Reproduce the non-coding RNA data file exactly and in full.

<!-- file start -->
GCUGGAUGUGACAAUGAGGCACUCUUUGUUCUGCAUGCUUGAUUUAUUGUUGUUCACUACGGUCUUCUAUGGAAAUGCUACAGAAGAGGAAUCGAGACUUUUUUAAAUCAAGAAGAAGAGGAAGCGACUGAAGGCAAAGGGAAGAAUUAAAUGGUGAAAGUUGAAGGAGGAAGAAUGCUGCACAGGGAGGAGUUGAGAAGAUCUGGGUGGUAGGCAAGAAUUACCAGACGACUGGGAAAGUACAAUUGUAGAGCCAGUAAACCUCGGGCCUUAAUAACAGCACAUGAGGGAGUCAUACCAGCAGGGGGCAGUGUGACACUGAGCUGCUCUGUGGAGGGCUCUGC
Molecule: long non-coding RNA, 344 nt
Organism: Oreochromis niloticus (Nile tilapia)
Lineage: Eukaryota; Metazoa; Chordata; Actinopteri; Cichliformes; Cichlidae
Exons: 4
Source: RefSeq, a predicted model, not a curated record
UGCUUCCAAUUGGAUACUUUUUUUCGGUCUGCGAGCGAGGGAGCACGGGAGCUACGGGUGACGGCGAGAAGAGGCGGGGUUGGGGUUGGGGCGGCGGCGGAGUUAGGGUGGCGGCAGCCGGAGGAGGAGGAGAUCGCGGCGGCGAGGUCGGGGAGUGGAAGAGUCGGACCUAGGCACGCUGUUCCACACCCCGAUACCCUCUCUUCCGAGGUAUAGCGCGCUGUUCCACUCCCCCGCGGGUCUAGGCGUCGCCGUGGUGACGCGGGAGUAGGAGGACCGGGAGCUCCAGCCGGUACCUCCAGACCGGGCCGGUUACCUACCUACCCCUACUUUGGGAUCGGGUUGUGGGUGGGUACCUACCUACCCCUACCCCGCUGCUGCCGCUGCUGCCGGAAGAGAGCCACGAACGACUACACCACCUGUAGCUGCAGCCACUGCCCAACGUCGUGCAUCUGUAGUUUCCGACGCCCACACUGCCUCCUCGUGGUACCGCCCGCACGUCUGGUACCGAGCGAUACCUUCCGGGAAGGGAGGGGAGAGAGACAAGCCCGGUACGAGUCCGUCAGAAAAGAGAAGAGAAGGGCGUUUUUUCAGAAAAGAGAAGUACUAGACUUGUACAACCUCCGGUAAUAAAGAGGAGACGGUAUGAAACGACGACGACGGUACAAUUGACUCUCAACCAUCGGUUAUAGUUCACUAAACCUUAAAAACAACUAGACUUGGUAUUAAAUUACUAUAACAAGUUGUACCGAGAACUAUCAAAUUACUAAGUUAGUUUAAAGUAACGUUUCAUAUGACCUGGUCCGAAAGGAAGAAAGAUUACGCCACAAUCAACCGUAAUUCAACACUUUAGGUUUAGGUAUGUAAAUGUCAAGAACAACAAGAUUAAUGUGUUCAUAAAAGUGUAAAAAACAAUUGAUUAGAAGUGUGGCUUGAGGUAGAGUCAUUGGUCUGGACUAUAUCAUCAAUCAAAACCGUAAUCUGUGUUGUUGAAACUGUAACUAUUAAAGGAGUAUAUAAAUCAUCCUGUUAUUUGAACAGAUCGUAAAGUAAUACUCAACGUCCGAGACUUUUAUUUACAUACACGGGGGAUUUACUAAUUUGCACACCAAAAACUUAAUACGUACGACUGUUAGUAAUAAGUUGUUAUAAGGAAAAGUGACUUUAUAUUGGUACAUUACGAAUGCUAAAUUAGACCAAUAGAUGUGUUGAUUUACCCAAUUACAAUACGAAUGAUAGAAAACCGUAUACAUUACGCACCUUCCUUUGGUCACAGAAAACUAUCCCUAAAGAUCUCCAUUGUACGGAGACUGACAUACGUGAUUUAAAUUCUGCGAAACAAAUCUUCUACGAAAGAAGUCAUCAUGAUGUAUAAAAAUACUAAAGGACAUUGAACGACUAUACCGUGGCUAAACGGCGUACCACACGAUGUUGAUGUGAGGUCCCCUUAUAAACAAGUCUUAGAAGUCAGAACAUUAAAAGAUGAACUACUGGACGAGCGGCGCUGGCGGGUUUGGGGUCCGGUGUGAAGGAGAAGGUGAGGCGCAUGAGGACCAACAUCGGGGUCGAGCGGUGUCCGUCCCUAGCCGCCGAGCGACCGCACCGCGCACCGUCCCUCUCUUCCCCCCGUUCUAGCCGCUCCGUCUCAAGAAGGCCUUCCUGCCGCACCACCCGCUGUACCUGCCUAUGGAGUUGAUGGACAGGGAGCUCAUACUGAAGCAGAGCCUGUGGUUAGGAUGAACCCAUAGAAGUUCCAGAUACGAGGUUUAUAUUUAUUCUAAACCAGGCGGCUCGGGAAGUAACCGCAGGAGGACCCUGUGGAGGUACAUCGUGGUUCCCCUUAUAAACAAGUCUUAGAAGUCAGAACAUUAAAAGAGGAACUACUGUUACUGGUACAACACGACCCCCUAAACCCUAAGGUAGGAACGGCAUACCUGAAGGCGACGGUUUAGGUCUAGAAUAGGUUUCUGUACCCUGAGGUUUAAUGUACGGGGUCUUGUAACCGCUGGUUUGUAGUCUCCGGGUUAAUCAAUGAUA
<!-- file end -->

GCUGGAUGUGACAAUGAGGCACUCUUUGUUCUGCAUGCUUGAUUUAUUGUUGUUCACUACGGUCUUCUAUGGAAAUGCUACAGAAGAGGAAUCGAGACUUUUUUAAAUCAAGAAGAAGAGGAAGCGACUGAAGGCAAAGGGAAGAAUUAAAUGGUGAAAGUUGAAGGAGGAAGAAUGCUGCACAGGGAGGAGUUGAGAAGAUCUGGGUGGUAGGCAAGAAUUACCAGACGACUGGGAAAGUACAAUUGUAGAGCCAGUAAACCUCGGGCCUUAAUAACAGCACAUGAGGGAGUCAUACCAGCAGGGGGCAGUGUGACACUGAGCUGCUCUGUGGAGGGCUCUGC
Molecule: long non-coding RNA, 344 nt
Organism: Oreochromis niloticus (Nile tilapia)
Lineage: Eukaryota; Metazoa; Chordata; Actinopteri; Cichliformes; Cichlidae
Exons: 4
Source: RefSeq, a predicted model, not a curated record
UGCUUCCAAUUGGAUACUUUUUUUCGGUCUGCGAGCGAGGGAGCACGGGAGCUACGGGUGACGGCGAGAAGAGGCGGGGUUGGGGUUGGGGCGGCGGCGGAGUUAGGGUGGCGGCAGCCGGAGGAGGAGGAGAUCGCGGCGGCGAGGUCGGGGAGUGGAAGAGUCGGACCUAGGCACGCUGUUCCACACCCCGAUACCCUCUCUUCCGAGGUAUAGCGCGCUGUUCCACUCCCCCGCGGGUCUAGGCGUCGCCGUGGUGACGCGGGAGUAGGAGGACCGGGAGCUCCAGCCGGUACCUCCAGACCGGGCCGGUUACCUACCUACCCCUACUUUGGGAUCGGGUUGUGGGUGGGUACCUACCUACCCCUACCCCGCUGCUGCCGCUGCUGCCGGAAGAGAGCCACGAACGACUACACCACCUGUAGCUGCAGCCACUGCCCAACGUCGUGCAUCUGUAGUUUCCGACGCCCACACUGCCUCCUCGUGGUACCGCCCGCACGUCUGGUACCGAGCGAUACCUUCCGGGAAGGGAGGGGAGAGAGACAAGCCCGGUACGAGUCCGUCAGAAAAGAGAAGAGAAGGGCGUUUUUUCAGAAAAGAGAAGUACUAGACUUGUACAACCUCCGGUAAUAAAGAGGAGACGGUAUGAAACGACGACGACGGUACAAUUGACUCUCAACCAUCGGUUAUAGUUCACUAAACCUUAAAAACAACUAGACUUGGUAUUAAAUUACUAUAACAAGUUGUACCGAGAACUAUCAAAUUACUAAGUUAGUUUAAAGUAACGUUUCAUAUGACCUGGUCCGAAAGGAAGAAAGAUUACGCCACAAUCAACCGUAAUUCAACACUUUAGGUUUAGGUAUGUAAAUGUCAAGAACAACAAGAUUAAUGUGUUCAUAAAAGUGUAAAAAACAAUUGAUUAGAAGUGUGGCUUGAGGUAGAGUCAUUGGUCUGGACUAUAUCAUCAAUCAAAACCGUAAUCUGUGUUGUUGAAACUGUAACUAUUAAAGGAGUAUAUAAAUCAUCCUGUUAUUUGAACAGAUCGUAAAGUAAUACUCAACGUCCGAGACUUUUAUUUACAUACACGGGGGAUUUACUAAUUUGCACACCAAAAACUUAAUACGUACGACUGUUAGUAAUAAGUUGUUAUAAGGAAAAGUGACUUUAUAUUGGUACAUUACGAAUGCUAAAUUAGACCAAUAGAUGUGUUGAUUUACCCAAUUACAAUACGAAUGAUAGAAAACCGUAUACAUUACGCACCUUCCUUUGGUCACAGAAAACUAUCCCUAAAGAUCUCCAUUGUACGGAGACUGACAUACGUGAUUUAAAUUCUGCGAAACAAAUCUUCUACGAAAGAAGUCAUCAUGAUGUAUAAAAAUACUAAAGGACAUUGAACGACUAUACCGUGGCUAAACGGCGUACCACACGAUGUUGAUGUGAGGUCCCCUUAUAAACAAGUCUUAGAAGUCAGAACAUUAAAAGAUGAACUACUGGACGAGCGGCGCUGGCGGGUUUGGGGUCCGGUGUGAAGGAGAAGGUGAGGCGCAUGAGGACCAACAUCGGGGUCGAGCGGUGUCCGUCCCUAGCCGCCGAGCGACCGCACCGCGCACCGUCCCUCUCUUCCCCCCGUUCUAGCCGCUCCGUCUCAAGAAGGCCUUCCUGCCGCACCACCCGCUGUACCUGCCUAUGGAGUUGAUGGACAGGGAGCUCAUACUGAAGCAGAGCCUGUGGUUAGGAUGAACCCAUAGAAGUUCCAGAUACGAGGUUUAUAUUUAUUCUAAACCAGGCGGCUCGGGAAGUAACCGCAGGAGGACCCUGUGGAGGUACAUCGUGGUUCCCCUUAUAAACAAGUCUUAGAAGUCAGAACAUUAAAAGAGGAACUACUGUUACUGGUACAACACGACCCCCUAAACCCUAAGGUAGGAACGGCAUACCUGAAGGCGACGGUUUAGGUCUAGAAUAGGUUUCUGUACCCUGAGGUUUAAUGUACGGGGUCUUGUAACCGCUGGUUUGUAGUCUCCGGGUUAAUCAAUGAUA